A. & Ors. v. Denmark

App. No. 20826/92, 22 Eur. H.R. Rep. 458 (1996).
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The applicants were Danish citizens infected with HIV through State administered blood transfusions, who filed a violation of Article 6 of the Convention (right to court) claim.

Eight of the applicants were victims and two were relatives of victims, who through frequent blood transfusions at Danish Hospitals were infected with HIV. The eight applicants/victims joined a suit instituted by the Danish Association of Hemophiliacs against the Danish Government at the High Court in 1989, and the other two joined in 1990. In that suit, the Association asked the High Court to find that the defendants (Danish Government) were liable to pay damages to those of its members who had been infected with HIV by using blood products supplied by the defendants. After two years of adjournments and delays at the High Court the applicants lodged their application to the Commission alleging a violation of their human rights under Article 6 of the European Convention for unreasonable delay. Final judgment was delivered by the High Court in 1995.

The case was referred to the Court by the Commission claiming a breach of Article 6.1 (right to a fair trial) because the case had not been determined within a reasonable time by the High Court. The government disputed the applicants’ claims and attributed the delays to the conduct of applicants’ representatives at the time. The court narrowed its decision to the period which applicants joined the main suit until its final determination, the longest being approximately six years.

The court held that the reasonableness of the length of proceedings must be assessed using the criteria laid down by its case-law, in particular the complexity of the case, the conduct of the applicants and that of the relevant authorities. In this case, although the case raised some legal and factual legal questions of some complexity and also from the evidence the applicants contributed significantly to the length of the proceedings, the competent authorities did not act with exceptional diligence as require by Article 6 (art.6) in cases of this nature where victims were suffering from an incurable disease and their life expectancy had reduced. Accordingly, in so far as it concerns the eight applicants/victims there had been a violation of Article 6 para.1 (art.6-1)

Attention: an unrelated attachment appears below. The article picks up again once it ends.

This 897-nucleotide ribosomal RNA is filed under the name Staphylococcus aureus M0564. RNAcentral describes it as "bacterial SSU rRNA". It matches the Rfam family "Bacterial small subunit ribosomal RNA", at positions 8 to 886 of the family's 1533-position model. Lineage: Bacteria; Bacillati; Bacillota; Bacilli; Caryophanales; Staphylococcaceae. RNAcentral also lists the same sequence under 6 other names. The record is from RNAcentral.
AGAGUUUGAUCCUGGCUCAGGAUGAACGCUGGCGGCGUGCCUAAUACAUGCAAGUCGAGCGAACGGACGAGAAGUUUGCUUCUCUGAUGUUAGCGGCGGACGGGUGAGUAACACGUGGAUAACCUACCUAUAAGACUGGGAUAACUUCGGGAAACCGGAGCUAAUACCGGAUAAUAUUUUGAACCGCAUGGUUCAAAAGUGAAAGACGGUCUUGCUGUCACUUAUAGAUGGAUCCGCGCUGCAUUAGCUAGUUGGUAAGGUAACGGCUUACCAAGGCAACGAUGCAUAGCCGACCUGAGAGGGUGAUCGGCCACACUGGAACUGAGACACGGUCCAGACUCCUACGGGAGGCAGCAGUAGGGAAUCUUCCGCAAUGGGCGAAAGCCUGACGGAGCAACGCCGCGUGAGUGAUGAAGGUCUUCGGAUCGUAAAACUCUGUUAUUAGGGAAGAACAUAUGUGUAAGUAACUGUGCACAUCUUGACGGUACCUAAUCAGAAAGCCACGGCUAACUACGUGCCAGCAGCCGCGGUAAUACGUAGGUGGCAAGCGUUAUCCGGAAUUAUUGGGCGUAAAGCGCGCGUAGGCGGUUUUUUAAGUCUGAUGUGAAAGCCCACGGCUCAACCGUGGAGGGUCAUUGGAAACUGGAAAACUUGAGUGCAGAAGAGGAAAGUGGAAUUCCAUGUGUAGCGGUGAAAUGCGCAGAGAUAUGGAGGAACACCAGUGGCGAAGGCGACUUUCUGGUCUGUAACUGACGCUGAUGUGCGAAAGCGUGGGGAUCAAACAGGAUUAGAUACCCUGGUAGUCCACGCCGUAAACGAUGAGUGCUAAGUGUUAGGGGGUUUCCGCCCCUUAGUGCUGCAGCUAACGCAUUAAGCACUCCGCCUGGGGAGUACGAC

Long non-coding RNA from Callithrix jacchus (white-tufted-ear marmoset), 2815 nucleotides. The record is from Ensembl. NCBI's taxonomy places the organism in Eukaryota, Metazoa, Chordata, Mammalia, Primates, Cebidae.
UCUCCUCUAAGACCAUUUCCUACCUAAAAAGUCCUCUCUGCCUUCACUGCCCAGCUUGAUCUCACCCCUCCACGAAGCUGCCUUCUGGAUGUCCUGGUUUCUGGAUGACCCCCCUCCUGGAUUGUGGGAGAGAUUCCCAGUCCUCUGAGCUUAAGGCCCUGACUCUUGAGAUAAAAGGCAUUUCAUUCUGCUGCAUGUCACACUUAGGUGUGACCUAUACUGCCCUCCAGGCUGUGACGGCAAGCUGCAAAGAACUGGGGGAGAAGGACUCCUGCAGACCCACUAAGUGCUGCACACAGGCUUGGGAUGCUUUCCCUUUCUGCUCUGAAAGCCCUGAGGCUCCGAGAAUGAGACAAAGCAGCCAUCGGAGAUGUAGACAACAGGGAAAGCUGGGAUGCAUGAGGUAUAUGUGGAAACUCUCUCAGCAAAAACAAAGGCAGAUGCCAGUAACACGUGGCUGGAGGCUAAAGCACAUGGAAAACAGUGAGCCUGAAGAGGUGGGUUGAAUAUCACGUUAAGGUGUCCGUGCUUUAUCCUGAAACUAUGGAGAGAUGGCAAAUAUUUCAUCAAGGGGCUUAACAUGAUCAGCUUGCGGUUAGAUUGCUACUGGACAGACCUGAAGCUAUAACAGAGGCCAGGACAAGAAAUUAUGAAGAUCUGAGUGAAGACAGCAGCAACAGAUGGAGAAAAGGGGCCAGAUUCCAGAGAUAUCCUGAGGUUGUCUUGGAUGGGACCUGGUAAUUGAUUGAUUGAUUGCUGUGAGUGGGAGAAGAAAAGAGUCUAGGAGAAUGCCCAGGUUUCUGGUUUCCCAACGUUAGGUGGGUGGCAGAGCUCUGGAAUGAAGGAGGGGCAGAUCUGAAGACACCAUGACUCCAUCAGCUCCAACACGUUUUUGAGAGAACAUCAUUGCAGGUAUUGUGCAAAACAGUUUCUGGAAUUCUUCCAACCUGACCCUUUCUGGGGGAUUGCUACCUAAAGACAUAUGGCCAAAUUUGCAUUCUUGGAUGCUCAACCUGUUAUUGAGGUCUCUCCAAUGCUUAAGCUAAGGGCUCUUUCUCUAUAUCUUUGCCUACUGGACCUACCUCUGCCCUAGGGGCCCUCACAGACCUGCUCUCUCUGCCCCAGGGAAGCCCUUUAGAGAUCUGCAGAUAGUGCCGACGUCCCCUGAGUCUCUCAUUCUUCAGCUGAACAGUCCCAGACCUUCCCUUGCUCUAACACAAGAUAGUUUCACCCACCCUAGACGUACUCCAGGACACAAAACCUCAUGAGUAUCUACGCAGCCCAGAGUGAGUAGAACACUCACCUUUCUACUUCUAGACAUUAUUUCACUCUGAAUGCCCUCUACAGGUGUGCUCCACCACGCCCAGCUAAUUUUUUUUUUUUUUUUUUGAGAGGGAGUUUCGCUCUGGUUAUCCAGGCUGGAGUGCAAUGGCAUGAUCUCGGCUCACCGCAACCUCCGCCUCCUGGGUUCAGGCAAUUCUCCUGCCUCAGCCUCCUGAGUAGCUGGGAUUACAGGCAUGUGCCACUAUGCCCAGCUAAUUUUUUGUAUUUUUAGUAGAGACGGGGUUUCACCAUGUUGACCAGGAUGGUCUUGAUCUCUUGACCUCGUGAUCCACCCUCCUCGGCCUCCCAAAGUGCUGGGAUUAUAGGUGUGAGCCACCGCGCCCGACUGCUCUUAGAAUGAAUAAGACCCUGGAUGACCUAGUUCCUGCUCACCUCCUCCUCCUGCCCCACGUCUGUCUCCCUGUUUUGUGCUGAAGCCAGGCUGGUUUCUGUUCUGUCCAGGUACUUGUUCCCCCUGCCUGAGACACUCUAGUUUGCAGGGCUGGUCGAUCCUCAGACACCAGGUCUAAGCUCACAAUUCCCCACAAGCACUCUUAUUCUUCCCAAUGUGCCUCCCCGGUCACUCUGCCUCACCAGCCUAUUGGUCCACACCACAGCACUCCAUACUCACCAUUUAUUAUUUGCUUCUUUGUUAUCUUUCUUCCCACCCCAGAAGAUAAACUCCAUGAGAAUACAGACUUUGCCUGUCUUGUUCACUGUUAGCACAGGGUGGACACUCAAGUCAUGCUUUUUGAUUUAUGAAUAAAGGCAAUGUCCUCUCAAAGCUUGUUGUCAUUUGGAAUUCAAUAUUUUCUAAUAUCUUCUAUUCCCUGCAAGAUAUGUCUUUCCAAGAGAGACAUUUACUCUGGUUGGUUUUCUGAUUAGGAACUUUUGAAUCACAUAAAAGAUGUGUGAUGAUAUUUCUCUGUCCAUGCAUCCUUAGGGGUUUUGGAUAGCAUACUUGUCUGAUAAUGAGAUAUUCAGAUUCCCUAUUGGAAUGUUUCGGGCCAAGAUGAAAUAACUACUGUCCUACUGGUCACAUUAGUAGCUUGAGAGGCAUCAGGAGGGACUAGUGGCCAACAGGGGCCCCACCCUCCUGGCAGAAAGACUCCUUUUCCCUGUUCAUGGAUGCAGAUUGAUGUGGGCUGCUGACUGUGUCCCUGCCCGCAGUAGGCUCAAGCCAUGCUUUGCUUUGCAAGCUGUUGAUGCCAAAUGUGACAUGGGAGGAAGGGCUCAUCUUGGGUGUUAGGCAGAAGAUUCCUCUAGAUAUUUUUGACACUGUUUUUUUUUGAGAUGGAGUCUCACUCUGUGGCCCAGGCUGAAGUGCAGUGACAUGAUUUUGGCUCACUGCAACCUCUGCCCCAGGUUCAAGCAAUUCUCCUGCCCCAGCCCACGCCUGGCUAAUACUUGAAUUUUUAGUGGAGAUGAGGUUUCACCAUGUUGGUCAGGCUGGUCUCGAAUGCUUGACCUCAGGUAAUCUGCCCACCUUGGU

Further, the court found that no duty of exceptional diligence applied to the two relatives and that thus they were not victims of a violation of Article 6 (art.6).

Finally, the court held that applicants should be awarded damages (Article 50 of the Convention) on an equitable basis bearing in mind that the applicants had received ex gratia payments from the Danish State, and they also significantly contributed to the length of the proceedings.

"78. The Court shares the Commission's opinion that what was at stake in the proceedings was of crucial importance for Mr A, Mr Eg, Mr C, Mr D, Mr E, Mr F and the son of Mr and Mrs G in view of the incurable disease from which they were suffering and their reduced life expectancy, as was sadly illustrated by the fact hat Mr C, Mr F and the son of Mr and Mrs G died of AIDS before the case was set down for trial. Accordingly, in so far as concerns the first eight applicants, the competent administrative and judicial authorities were under a positive obligation under Article 6 para. 1 (art. 6-1) to act with the exceptional diligence required by the Court's case-law in disputes of this nature (see the X v. France judgment of 31 March 1992, Series A no. 234-C, pp. 90-94, paras. 30-49; the Vallée v. France judgment of 26 April 1994, Series A no. 289-A, pp. 17-20, paras. 33-49; and the above-mentioned Karakaya judgment, pp. 42-45, paras. 29-45)." Page 22.

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